Facebook Bans Cryptocurrency Ads

Bitcoin’s price dropped on Tuesday night after the social media giant, Facebook, banned adverts promoting cryptocurrencies and after the United States authorities set in motion a probe into large online exchange.

People have been associating most of the cryptocurrency ads on Facebook with deceptive or misleading promotional practices. Facebook’s new policy prohibits adverts relating to initial coin offerings (ICOs) and cryptocurrencies from their over 2 billion-user network.  This policy will undoubtedly benefit naive consumers who are prone to financial scams due to the newness of the cryptocurrency industry and the desire to make good investments.

Why would Facebook ban Cryptocurrency ads?

Advertisements for cryptocurrency-related investments have been increasing in most recent months. Bitcoin prices have also skyrocketed but most individuals fear that they are frauds. What’s more, the Commodity Futures Trading Commission (CFTC) had summoned Bitfinex, one of the popular Bitcoin websites in the United States, with a subpoena for selling and buying Bitcoin.

On Tuesday night, after Facebook’s announcement, Bitcoin’s prices dropped over 10% to trade at $9,810. That is the lowest price within the last two months and almost half of the peak price witnessed in December 2017. Even though people witnessed an extraordinary boom of Bitcoin in the year 2017, the continued regulation threat has highly affected its demand.

Facebook stated that deceptive or misleading ads have no place on their platform. Their new policy prohibits any advert that promotes financial services and products associated with deceptive or misleading promotional practices like binary options, cryptocurrency and initial coin offerings (ICOs). According to them, many companies have been advertising cryptocurrencies and ICOs that do not operate in good faith.

Mark Zuckerberg’s cryptocurrency plan

Earlier, Facebook’s chief executive Mark Zuckerberg had espoused the probable benefits of cryptocurrencies and that is why the ban has come as a surprise. At the beginning of year 2018, Zuckerberg said that some trends such as cryptocurrencies transfer power from the centralized systems into people’s hands and he was studying how they would adopt their use on Facebook.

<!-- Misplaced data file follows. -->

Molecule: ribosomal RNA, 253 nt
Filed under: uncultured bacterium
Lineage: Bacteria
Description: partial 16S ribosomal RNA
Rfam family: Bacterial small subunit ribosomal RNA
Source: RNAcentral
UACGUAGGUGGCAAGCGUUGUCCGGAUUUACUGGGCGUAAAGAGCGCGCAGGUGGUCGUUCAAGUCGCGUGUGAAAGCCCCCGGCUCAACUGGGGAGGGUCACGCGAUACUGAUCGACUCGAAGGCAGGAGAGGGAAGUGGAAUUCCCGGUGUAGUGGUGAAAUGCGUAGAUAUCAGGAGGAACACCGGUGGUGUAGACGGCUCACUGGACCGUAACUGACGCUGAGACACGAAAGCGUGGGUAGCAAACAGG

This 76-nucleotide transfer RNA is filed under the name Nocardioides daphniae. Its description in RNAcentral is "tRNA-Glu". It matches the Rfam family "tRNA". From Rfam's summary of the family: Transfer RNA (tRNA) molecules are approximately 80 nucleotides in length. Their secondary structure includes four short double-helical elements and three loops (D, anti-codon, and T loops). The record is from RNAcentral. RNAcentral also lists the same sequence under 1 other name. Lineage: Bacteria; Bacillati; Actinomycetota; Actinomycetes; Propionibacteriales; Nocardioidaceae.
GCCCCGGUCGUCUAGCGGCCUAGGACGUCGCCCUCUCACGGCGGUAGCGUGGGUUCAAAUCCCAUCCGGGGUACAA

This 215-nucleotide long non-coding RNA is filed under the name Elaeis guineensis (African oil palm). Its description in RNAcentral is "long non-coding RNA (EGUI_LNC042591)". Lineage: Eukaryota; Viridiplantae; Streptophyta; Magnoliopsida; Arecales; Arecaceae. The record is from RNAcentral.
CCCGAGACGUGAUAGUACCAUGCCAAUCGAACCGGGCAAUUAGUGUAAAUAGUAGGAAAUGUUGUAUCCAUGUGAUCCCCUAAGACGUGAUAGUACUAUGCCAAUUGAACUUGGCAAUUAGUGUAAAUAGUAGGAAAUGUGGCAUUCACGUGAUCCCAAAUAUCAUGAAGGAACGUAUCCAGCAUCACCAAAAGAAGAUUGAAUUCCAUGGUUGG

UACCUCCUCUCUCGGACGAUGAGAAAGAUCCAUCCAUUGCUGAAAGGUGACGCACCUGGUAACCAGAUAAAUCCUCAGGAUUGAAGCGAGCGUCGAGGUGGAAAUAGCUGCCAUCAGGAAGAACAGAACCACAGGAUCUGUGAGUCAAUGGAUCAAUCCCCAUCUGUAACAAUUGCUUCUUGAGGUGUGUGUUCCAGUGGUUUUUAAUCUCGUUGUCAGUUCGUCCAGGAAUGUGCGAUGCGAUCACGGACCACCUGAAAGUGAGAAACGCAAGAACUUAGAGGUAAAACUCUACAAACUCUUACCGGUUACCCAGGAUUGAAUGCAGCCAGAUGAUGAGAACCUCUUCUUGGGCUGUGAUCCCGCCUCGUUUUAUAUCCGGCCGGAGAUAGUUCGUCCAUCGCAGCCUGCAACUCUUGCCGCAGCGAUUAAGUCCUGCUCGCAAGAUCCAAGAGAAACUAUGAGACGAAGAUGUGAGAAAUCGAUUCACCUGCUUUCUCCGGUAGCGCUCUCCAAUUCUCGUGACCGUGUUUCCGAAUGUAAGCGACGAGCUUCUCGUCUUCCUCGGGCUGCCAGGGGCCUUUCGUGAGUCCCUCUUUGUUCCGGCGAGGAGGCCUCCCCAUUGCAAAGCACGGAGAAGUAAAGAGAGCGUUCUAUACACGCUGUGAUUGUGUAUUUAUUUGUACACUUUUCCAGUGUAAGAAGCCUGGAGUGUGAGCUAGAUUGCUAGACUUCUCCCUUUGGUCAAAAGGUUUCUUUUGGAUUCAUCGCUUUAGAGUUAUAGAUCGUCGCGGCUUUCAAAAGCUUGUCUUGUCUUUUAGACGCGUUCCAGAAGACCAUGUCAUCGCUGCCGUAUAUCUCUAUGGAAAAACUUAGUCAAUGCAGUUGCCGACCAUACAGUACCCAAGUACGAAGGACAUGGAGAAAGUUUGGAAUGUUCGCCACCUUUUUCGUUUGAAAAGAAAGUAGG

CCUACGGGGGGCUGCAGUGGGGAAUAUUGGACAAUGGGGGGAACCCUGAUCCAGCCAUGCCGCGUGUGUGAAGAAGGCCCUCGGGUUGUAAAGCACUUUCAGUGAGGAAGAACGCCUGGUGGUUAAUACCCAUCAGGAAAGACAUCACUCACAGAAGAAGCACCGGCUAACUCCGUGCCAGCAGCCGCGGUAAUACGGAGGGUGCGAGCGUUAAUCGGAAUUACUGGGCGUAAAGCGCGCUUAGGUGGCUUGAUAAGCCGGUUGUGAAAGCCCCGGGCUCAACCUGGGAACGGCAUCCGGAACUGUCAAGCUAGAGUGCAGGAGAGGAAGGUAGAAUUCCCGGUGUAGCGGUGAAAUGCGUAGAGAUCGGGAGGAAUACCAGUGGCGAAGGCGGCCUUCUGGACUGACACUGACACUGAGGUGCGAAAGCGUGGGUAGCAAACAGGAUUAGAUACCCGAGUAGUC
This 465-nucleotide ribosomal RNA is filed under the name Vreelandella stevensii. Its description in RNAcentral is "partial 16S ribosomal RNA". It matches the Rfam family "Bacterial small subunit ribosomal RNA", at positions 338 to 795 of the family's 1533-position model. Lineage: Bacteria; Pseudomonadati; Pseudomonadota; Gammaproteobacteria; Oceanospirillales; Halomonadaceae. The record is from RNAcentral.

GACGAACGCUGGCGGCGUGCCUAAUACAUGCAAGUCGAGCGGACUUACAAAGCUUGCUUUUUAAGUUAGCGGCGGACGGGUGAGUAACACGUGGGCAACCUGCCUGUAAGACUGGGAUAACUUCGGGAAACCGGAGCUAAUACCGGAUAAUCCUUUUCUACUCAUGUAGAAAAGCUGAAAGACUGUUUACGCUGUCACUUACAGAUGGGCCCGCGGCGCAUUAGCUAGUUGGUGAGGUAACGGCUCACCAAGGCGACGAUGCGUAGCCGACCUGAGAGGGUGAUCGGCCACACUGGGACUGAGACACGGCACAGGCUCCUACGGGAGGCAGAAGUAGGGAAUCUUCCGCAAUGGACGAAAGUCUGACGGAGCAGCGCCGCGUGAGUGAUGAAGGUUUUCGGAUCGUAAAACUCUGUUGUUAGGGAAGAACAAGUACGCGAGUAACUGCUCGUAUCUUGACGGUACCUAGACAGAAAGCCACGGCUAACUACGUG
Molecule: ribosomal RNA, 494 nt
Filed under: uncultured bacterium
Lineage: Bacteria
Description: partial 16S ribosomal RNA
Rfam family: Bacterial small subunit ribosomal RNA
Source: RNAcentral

On Tuesday night, Bloomberg described that the Commodity Futures Trading and Commission had subpoenaed Tether and Bitfinex in December 2017. The former claims that they have backed up their cryptocurrency – used as substitute on the Bitcoin buying websites – with real dollars in reserves. However, skeptics claim that they have not provided evidence to back that up.

Bitcoin and the other cryptocurrencies have faced scrutiny amidst fears that people are investing in the coins without adequate knowledge on the associated risks. Scammers and criminals have also been exploiting the boom.

The future of cryptocurrencies after the ban

Facebook has been working to clean up advertising on all its platforms including Instagram. The addition to their advertising policies has read as a biting indictment of the half-crazed cryptocurrency market. Most recently, the cryptocurrency market has been fuelled by speculations and has attracted numerous frauds.

Among the ads that Facebook has banned include those that prompt the platform’s users to click on links with promise of educating them. Most crypto craze detractors on the social media have welcomed the move. Others who have welcomed it are the supports of crypto coins who want to see the digital money portrayed in a legitimate fashion.

However, some other people believe that the move was a war to ban crypto. Others claim that Facebook is planning to launch its digital coins that people will use on the platform.

Among the places where people can learn about crypto coins, Facebook is probably the worst. The users are less sophisticated than those who use other social networks and are easier prey for charlatans, scammers and even snake oil salespersons. Some characters including the imposingly coiffured James Altucher might have influenced the ban – their get-rich-quick-schemes have been promoting Bitcoin’s seedier side.

Facebook’s Product Management Director Rob Leathern Wrote on the sites blog that they want people to continue discovering and learning about new services and products through Facebook adverts without the fear of deception or scams.

The suspension of cryptocurrency and initial coin offering adverts might only benefit the cryptocurrency community. Some scams such as Arisebank and Bitconnect flourished through popular platforms like Facebook.

Actually, if you are a Facebook user, you might have realised that their advertising policy is fussy. The  list of supplements and health foods on the site is extensive. We can also add cryptocurrency and ICOs projects to that list. With the ban, the genuine cryptocoins will stand.